- addMatchers : Array (Lean.MetaM Unit)
As part of the inductive predicates case, we keep adding more and more discriminants from the local context and build up a bigger matcher application until we reach a fixed point. As a side-effect, this creates matchers. Here we capture all these side-effects, because the construction rolls back any changes done to the environment and the side-effects need to be replayed.

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- Lean.Elab.Structural.instInhabitedM = { default := Lean.throwError (Lean.toMessageData "failed") }

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- Lean.Elab.Structural.run x s = StateRefT'.run x s

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Return true iff `e`

contains an application `recFnName .. t ..`

where the term `t`

is
the argument we are trying to recurse on, and it contains loose bound variables.

We use this test to decide whether we should process a matcher-application as a regular
application or not. That is, whether we should push the `below`

argument should be affected by the matcher or not.
If `e`

does not contain an application of the form `recFnName .. t ..`

, then we know
the recursion doesn't depend on any pattern variable in this matcher.

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Lets say we have `n`

mutually recursive functions whose recursive arguments are from a group
of `m`

mutually inductive data types. This mapping does not have to be one-to-one: for one type
there can be zero, one or more functions. We use the logic in the `FunPacker`

modules to combine
the bodies (and motives) of multiple such functions.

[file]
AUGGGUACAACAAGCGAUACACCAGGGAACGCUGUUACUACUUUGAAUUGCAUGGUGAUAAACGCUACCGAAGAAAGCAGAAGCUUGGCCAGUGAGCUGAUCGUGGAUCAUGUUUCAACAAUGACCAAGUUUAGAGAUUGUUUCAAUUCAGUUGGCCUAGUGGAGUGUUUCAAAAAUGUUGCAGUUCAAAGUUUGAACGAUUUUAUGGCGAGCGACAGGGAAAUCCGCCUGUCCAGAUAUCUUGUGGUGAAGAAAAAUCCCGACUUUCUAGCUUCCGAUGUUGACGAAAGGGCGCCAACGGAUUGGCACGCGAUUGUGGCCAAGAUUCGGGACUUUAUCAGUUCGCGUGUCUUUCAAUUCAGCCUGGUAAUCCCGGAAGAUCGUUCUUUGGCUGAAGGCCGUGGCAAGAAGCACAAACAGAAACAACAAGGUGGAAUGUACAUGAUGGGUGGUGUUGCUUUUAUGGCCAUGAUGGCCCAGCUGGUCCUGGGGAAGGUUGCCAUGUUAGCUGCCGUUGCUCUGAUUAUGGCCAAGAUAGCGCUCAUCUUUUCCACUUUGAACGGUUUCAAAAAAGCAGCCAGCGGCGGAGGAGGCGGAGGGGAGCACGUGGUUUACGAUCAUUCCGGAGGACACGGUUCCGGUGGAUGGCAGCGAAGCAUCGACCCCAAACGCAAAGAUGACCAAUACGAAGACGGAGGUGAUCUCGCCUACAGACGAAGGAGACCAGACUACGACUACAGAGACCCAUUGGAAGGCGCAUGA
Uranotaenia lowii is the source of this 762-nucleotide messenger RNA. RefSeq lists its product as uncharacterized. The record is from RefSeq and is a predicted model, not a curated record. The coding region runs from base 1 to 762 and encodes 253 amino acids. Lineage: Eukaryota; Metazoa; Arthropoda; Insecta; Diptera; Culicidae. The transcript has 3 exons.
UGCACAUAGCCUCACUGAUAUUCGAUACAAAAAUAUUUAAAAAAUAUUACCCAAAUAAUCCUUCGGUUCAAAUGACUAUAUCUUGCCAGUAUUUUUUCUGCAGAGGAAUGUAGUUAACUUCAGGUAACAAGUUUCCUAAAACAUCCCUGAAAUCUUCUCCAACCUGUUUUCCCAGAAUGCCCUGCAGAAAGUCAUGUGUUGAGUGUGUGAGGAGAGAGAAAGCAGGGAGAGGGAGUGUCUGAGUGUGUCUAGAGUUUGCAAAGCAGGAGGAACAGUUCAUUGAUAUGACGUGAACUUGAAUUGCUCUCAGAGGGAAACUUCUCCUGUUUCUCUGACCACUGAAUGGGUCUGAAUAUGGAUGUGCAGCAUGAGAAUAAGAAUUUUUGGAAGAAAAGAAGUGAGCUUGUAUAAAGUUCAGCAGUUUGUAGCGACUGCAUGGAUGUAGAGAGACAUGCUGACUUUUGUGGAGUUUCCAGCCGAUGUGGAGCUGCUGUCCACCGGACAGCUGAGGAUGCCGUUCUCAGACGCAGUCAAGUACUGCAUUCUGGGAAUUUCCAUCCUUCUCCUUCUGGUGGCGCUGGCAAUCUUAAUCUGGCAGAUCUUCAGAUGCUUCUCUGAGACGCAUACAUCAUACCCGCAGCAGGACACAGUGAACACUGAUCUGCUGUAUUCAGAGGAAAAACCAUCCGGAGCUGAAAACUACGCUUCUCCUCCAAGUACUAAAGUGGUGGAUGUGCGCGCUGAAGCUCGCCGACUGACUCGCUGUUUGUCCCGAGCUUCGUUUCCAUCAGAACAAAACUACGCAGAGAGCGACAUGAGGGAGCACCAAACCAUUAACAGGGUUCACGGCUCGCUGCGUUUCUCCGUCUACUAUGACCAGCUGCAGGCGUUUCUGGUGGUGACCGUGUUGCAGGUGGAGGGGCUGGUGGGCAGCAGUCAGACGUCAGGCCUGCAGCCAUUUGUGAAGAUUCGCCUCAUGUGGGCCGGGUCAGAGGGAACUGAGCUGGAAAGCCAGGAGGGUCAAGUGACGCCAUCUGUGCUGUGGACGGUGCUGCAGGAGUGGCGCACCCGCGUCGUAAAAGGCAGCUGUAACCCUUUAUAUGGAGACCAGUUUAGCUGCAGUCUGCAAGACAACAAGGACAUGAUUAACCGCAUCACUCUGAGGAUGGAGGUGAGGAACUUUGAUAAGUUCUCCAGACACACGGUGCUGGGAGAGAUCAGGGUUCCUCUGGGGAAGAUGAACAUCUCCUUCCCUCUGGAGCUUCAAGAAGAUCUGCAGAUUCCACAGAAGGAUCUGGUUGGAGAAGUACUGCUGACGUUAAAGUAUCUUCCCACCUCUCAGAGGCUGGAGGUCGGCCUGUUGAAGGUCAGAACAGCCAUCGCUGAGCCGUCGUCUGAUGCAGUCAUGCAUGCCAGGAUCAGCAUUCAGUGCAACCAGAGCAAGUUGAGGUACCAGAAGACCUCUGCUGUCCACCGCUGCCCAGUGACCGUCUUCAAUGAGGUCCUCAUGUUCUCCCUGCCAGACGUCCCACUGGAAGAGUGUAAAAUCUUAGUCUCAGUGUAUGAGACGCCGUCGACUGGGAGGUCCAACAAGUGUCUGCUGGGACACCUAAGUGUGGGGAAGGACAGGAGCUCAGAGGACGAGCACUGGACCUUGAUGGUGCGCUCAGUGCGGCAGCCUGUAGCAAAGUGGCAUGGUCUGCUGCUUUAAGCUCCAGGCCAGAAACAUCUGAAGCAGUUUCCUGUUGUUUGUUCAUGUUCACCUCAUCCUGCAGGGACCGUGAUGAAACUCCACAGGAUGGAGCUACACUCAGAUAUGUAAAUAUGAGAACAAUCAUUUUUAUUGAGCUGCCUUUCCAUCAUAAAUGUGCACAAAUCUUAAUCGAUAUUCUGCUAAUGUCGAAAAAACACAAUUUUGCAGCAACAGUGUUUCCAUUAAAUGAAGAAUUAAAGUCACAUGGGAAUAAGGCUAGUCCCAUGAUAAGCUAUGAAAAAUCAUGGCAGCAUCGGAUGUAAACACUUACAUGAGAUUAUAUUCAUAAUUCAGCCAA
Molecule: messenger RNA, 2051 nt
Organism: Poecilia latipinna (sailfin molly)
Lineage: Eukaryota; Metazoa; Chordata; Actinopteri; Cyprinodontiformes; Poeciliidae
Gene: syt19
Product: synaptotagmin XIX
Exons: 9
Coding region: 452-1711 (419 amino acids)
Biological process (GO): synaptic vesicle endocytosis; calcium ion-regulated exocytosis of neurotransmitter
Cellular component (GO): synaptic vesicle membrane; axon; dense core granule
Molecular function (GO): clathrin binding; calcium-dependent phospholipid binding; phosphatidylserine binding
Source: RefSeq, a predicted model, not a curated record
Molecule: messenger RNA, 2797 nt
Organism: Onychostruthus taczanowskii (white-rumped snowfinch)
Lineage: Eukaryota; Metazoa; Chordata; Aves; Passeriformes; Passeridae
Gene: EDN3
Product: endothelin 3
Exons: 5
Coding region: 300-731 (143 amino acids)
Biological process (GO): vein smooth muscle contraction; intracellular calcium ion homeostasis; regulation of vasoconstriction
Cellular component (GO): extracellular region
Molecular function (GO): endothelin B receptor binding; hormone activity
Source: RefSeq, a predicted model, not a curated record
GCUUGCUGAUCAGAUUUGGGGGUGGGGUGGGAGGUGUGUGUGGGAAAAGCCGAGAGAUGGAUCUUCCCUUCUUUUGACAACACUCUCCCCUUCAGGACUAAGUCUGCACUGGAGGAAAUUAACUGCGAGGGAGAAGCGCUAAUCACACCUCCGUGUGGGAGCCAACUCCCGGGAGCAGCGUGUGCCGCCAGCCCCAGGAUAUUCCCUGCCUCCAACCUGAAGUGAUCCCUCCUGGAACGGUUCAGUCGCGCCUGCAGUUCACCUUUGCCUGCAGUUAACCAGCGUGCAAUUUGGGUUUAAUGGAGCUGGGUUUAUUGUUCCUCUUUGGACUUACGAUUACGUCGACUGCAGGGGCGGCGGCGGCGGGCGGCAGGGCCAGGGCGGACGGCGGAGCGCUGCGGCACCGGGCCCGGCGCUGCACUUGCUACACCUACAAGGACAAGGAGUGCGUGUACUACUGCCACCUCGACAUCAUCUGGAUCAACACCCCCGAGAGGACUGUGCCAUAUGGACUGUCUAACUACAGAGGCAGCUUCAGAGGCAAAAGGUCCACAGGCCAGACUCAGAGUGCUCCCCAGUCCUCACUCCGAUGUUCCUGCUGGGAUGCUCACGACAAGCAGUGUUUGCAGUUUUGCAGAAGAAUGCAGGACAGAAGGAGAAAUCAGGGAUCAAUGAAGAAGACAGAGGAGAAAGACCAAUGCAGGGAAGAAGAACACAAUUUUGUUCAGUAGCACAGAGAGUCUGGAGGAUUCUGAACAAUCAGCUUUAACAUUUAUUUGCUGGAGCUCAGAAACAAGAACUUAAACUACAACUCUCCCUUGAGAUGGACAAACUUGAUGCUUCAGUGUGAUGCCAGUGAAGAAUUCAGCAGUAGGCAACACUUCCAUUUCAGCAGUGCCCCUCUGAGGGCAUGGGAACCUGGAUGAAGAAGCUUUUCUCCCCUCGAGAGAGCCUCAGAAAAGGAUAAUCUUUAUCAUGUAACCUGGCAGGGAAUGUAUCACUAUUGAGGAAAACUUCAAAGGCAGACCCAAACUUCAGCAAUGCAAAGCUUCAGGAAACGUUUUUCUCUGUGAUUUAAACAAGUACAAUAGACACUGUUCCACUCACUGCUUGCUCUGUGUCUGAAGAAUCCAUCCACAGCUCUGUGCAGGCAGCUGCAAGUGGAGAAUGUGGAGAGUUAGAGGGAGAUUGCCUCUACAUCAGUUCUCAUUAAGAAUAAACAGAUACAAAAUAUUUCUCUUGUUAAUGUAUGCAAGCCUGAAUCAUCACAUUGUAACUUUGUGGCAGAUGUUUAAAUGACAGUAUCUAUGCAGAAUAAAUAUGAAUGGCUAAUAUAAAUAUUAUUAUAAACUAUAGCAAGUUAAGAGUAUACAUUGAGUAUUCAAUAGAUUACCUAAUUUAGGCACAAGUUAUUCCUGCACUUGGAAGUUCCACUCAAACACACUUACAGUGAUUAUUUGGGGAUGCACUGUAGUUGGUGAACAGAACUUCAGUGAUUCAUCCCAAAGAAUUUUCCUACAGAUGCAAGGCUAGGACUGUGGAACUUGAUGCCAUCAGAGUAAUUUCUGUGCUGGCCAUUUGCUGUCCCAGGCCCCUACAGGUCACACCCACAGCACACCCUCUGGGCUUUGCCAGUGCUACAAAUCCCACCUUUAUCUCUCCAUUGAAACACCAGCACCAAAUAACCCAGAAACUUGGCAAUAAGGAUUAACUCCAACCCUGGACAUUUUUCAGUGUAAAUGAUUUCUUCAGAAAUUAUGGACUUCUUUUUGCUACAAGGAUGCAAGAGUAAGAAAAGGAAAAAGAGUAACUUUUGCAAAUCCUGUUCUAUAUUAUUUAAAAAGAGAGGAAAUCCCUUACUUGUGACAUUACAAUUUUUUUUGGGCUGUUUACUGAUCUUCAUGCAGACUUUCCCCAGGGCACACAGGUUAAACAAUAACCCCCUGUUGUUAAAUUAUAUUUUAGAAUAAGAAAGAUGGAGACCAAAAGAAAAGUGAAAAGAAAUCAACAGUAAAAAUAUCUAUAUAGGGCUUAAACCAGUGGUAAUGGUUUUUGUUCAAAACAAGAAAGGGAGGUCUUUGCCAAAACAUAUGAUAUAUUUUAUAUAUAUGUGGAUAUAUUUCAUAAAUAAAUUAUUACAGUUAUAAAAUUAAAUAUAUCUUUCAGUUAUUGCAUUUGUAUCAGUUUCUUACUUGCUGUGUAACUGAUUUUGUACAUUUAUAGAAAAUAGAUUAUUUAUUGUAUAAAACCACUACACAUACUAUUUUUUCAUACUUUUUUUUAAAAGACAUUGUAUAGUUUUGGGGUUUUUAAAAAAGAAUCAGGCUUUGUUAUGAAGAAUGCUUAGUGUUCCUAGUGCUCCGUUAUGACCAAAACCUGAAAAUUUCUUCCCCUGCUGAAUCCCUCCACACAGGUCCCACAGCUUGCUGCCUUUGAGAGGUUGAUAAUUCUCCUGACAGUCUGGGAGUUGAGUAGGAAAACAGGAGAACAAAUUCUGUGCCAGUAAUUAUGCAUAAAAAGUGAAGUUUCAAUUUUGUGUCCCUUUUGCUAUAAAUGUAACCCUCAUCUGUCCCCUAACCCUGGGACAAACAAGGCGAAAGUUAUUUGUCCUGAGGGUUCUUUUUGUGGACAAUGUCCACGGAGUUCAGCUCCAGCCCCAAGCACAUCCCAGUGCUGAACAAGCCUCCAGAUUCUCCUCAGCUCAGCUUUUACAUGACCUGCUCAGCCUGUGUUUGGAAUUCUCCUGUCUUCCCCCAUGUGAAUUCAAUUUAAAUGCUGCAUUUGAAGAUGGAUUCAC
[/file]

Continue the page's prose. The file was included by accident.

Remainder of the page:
Therefore we have to take the `n`

functions, group them by their recursive argument's type,
and for each such type, keep track of the order of the functions.

We represent these positions as an `Array (Array Nat)`

. We have that

`positions.size = indInfo.numTypeFormers`

`positions.flatten`

is a permutation of`[0:n]`

, so each of the`n`

functions has exactly one position, and each position refers to one of the`n`

functions.- if
`k ∈ positions[i]`

then the recursive argument of function`k`

is has type`indInfo.all[i]`

(or corresponding nested inductive type)

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The number of indices in the array.

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Groups the `xs`

by their `f`

value, and puts these groups into the order given by `ys`

.

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Let `positions.size = ys.size`

and `positions.numIndices = xs.size`

. Maps `f`

over each `y`

in `ys`

,
also passing in those elements `xs`

that belong to that are those elements of `xs`

that belong to
`y`

according to `positions`

.

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